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  • Appallingly Carnivalesque
  • Cynthia Miller
Joseph Lanza . Phallic Frenzy: Ken Russell and His Films. Chicago Review Press, 2007. 327 pages; $26.95.

With any subject, an author must ask “What makes this interesting?” In the best analyses, the answer to that question becomes obvious, and the interest in the subject emerges naturally and powerfully; in other cases, so much energy is spent on creating and promoting interest that the subject itself—in this case, Ken Russell— seems artificially important and thus shrinks to insignificance.

The problem with Phallic Frenzy is not that the career of Ken Russell is not that of a master. From one phase of his cinematic output to the next, his work has been provoking, visually stunning, deeply moving, and intriguingly (sometimes appallingly) carnivalesque—often, all at the same time. From his years as the “Wild Man of the BBC” through the psychosocial maze of films such as The Devils (1971), Tommy (1975), Lizstomania (1975), Salome’s Last Dance (1988), and The Fall of the House of Usher (2001), Russell’s enigmatic life and works have often been brazenly disturbing observations of the human condition, so much so, in fact, that they are done a disservice by Phallic Frenzy’s further sensationalism, which offers up a caricature rather than a penetrating analytical study.

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Lanza’s volume seeks to capitalize on the more highly sexualized aspects of Russell’s work, promising to illuminate threads of voyeurism, obsession, and sexual angst that the author suggests are the defining elements in the director’s creative output. In the introductory chapter, suggestively titled “Pinocchio’s Pecker,” Lanza constructs a Freudian device for explaining Russell’s erotic worldview, citing two seminal events, if you will, that would shape Russell’s vision for many decades to come—the first, a childhood fright over an image of the Loch Ness monster (complete with a “jutting head” and “dangling testicular neck skin”) in The Secret of the Loch (1934), shown in a [End Page 84] local movie house, and, the second, a movie-house fright of a different kind, as the young Russell found himself being groped in a darkened theater (1).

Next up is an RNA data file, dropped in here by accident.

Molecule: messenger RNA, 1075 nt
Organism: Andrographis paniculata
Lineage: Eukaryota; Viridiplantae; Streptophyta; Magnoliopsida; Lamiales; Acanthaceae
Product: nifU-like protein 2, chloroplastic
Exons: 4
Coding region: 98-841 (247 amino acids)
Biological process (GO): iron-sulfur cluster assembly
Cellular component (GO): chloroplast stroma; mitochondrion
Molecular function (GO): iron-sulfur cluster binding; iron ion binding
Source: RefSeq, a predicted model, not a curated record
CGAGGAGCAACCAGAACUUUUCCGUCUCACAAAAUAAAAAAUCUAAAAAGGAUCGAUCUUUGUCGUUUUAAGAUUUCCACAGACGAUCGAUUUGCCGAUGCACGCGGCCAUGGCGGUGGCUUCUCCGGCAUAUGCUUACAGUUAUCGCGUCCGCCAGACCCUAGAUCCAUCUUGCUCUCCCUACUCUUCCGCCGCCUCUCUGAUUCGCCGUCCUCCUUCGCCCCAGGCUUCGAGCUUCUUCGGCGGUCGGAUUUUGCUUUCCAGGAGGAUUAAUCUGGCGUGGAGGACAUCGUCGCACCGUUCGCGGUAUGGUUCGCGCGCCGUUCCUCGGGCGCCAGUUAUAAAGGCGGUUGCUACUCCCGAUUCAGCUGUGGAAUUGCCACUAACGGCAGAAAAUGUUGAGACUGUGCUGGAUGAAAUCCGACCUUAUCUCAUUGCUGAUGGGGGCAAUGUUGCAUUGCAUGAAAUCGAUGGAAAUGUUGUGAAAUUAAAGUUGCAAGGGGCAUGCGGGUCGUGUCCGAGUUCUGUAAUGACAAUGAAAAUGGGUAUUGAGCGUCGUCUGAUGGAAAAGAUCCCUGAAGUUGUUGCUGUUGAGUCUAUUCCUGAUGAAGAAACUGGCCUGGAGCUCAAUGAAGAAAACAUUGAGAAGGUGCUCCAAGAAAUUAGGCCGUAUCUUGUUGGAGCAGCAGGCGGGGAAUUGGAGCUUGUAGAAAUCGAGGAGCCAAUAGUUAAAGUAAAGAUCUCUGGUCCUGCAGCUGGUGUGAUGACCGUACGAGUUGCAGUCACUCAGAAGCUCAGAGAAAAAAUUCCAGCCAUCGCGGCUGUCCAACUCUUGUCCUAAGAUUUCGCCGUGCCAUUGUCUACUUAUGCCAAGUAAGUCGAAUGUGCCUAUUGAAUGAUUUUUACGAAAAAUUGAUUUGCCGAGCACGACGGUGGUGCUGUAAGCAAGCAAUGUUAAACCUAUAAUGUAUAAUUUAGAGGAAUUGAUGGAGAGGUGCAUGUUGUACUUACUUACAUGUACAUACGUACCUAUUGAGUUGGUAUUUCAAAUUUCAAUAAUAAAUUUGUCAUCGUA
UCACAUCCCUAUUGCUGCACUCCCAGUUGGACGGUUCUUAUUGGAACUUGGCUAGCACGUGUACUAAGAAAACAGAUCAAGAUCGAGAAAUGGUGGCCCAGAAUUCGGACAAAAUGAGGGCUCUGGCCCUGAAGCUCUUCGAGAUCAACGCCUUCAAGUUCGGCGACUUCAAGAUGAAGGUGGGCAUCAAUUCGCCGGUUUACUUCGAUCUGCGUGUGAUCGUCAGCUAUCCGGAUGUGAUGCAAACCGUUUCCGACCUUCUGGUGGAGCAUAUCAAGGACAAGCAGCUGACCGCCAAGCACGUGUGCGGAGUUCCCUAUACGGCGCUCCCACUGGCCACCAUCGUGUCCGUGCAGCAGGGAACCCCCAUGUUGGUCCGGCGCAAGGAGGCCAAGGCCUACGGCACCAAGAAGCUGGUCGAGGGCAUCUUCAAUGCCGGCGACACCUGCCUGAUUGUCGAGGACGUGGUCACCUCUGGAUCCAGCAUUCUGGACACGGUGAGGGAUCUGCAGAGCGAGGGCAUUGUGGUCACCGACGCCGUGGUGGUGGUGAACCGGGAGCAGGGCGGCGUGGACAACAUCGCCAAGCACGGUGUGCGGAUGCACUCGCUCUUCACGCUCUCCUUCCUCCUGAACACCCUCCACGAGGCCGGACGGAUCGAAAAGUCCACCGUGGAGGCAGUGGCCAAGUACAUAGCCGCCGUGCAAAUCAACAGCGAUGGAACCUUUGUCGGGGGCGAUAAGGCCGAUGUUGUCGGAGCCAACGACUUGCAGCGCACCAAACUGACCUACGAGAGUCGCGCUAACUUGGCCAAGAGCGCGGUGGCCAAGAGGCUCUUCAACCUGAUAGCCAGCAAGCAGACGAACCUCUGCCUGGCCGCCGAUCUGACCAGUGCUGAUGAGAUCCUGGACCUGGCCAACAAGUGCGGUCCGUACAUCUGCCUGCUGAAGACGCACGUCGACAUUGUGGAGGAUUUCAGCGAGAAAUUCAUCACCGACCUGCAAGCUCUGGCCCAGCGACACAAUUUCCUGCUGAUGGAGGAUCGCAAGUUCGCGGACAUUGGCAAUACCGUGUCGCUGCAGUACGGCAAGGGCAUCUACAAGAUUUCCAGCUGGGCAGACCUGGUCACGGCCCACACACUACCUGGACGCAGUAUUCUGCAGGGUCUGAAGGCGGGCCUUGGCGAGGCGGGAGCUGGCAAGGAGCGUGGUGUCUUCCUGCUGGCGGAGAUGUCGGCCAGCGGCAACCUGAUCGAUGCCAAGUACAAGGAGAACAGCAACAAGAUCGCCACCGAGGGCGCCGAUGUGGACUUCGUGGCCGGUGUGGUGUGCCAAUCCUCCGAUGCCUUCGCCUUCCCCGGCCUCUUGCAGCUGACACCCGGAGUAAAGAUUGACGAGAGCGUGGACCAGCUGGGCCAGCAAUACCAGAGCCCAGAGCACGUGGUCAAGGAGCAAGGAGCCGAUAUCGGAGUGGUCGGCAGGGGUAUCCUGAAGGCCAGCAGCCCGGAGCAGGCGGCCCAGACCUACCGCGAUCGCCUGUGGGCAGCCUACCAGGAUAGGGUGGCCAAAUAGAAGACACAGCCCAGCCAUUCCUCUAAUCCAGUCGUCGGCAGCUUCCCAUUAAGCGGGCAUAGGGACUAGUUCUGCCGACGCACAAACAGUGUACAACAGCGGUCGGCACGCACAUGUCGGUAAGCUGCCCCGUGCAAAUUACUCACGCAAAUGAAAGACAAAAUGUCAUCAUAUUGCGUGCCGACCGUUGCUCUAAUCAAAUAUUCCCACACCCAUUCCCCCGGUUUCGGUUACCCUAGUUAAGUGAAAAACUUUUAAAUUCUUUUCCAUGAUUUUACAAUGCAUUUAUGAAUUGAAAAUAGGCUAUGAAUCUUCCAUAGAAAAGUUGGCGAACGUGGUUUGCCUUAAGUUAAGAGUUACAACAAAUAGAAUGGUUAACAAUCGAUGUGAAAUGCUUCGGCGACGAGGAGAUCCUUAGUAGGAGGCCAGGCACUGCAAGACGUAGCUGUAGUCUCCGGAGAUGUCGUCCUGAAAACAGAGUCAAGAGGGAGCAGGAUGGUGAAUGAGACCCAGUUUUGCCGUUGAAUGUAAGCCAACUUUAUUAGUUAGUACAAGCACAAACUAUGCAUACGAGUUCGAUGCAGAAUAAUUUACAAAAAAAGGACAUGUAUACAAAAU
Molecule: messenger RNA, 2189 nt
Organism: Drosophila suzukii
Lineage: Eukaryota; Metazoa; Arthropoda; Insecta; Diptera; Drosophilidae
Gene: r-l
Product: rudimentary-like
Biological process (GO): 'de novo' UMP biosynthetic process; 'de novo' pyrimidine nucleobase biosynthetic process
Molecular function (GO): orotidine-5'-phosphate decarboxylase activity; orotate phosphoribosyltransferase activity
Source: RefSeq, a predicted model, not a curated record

According to Phallic Frenzy, those early jolts of sex and cinema left an inescapable mark on Russell’s psyche, and the pairing is thus indicted as the touchstone of Russell’s life and work, suggesting that all else—art, love, hate, religion, death, etc. —were merely brightly-colored streamers wrapped around the “thematic maypole” of the filmmaker’s “willie” (2). The suggestion of reducing the complexities of Russell’s worldview to a single, externally-imposed explanatory device oversimplifies his inner world and his creative output, severely limiting the framework of understanding for the volume’s readers.

Readers enticed by the volume’s premise may be disappointed to discover that the work quickly lapses into a standard chronological overview of Russell’s biography and career. The chapters that follow Lanza’s salacious introduction provide a detailed, and often comical, map of the relationships, projects, detours, and roadblocks of the filmmaker’s work in photography, dance, television, and film over more than 50 years. After an exploration of the filmmaker’s early years, the succeeding chapters focus, in particular, on Russell’s most well-known work: The Devils (1971), The Lair of the White Worm (1988), Salome’s Last Dance (1988), Lisztomania (1975), Tommy (1975), Altered States (1980), Valentino (1977) and Women in Love (1969). Throughout these chapters, Lanza’s volume largely makes use of secondary authorities—Russell’s interviewers and colleagues—as his guides rather than Russell himself.

Interviews with Sight and Sound, independent interviewers, and the BBC, as well as Russell’s own writings and audio commentary accompanying his projects, provide contextualization, as do countless film reviews and other Russell scholars, but Russell’s own voice in the present moment remains silent. This is unfortunate, since the filmmaker is alive, well, still productive, and accessible. To complicate matters, Lanza’s method of citation makes follow-up research on any of these secondary sources challenging. His endnotes for each chapter cite sources generally but never include actual page references, even in the case of direct quotations. With a...


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